What do we tell our kids about hate and violence?

A memorial at the location where Baton Rouge police officers were killed and wounded continues to grow, Monday, July 18, 2016, in Baton Rouge, La. (Scott Clause/The Daily Advertiser via AP)

(The Daily Advertiser) – “What do I tell my kids?”

I keep asking myself this question as I wake up to new tragic headlines what seems like every day. I’m heartbroken but “lucky” for plenty of reasons. I’m alive and safe and, on the surface, untouched by any of this violence — as untouched as we can be by hate and violence in the world around us.

I’m focusing on this now  because my daughter is only 2. Her world includes little more than our immediate family.  She watches only Disney movies and she has no idea what Facebook is.

Parenting is hard. I know I’m not the only one feeling these things, so I’m asking  parents, what are you telling yours? I’ve asked friends. I’ve asked Facebook. I’ve asked perfect strangers I found at a local public library. I even asked my mom. (Who better to ask than Momma?) Their answers contained common threads — talk of evil and right and wrong.

My college friend Scott Brown, who now lives near Dallas, answered on Facebook: “Just this morning I was discussing with Kylie (10 years old) the different events going on in the United States and the world. I told her the unfortunate truth that: she will see progressively more violence and war in her lifetime and that she needs to grow up being smart, informed and unafraid… and to do the right thing when she’s called upon.”

Jacques Murphy in Pineville echoed my, and probably every parent’s, feelings.

“I really don’t know what to say,” she said in a Facebook message.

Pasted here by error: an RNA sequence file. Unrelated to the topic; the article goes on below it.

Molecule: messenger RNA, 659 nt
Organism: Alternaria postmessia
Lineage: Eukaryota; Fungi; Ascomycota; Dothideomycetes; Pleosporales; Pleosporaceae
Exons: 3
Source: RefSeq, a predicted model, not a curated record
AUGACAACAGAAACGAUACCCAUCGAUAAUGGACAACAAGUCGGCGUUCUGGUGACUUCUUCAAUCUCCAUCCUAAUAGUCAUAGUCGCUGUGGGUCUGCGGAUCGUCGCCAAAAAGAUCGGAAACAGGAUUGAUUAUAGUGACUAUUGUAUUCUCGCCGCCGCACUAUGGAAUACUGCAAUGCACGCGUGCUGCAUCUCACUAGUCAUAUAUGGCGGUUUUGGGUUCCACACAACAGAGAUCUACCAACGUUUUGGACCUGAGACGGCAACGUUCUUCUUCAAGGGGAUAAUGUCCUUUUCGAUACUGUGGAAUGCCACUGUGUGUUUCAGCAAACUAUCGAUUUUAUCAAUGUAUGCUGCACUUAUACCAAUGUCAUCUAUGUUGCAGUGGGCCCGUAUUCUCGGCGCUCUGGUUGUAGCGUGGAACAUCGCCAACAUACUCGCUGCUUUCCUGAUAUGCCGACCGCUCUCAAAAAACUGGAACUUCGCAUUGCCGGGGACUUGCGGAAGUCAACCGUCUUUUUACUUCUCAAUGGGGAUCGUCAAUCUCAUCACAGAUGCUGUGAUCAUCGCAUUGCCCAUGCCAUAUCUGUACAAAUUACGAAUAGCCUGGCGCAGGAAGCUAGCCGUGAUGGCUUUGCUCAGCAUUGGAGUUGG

She purposefully tries to keep the news off around her daughter Maggie to shield the 9-year-old from some of these things.

“Kids don’t see color,” Murphy said. “They see differences, yes, but not in a negative way. Maggie sees a kid her size and instantly thinks… ‘oooh, a possible friend!’ But because of what she accidentally hears on the radio or television (I don’t turn on the news when she is around on purpose), I feel like its a little bit like Eve eating the apple, suddenly her eyes are opened to prejudice and it makes me so sad.”

I do not envy parents  with kids old enough to see TV footage and ask questions. I know I won’t always be able to escape these questions. While I pray daily that this world is different by the time Avery hits 10, it doesn’t seem to be going that way. Violence doesn’t appear to be stopping.

Paula Zeanah is the director of research at the Cecil J. Picard Center for Child Development & Lifelong Learning and on the faculty for the University of Louisiana at Lafayette College of Nursing. She also happens to be a pediatric nurse and clinical child psychologist who has worked “in lots of different settings with children and families with lots of different stressors.”

Translation: She knows her stuff. Here’s her advice:

1. Pay attention to your child’s behavior and be a good listener. If a child is showing signs of irritability or makes an off-hand comment, it’s a good time to chime in, she said.

“I think it’s a great idea for a parent to ask what they’ve heard and what they want to know,” Zeanah said. “It’s great to have a spiel, but it’s good to start with asking what they know, what they want to know and who they’re hearing it from.”

2. Have that conversation and make sure it’s age-appropriate.

3. Don’t play the blame game.

“You see a lot of that in the news,” Zeanah said. “I think this is an opportunity, if you will, for parents to teach that it’s not fair to blame all of ‘x, y, z’ and take the chance to talk, if your child is old enough, about diversity and discrimination.”

4. Monitor your own emotions. Don’t dismiss the situation or anyone’s feelings, but also try to respond in a way that won’t be scary to the child. She said even very young kids — including mine — can know something is wrong just by how we are acting.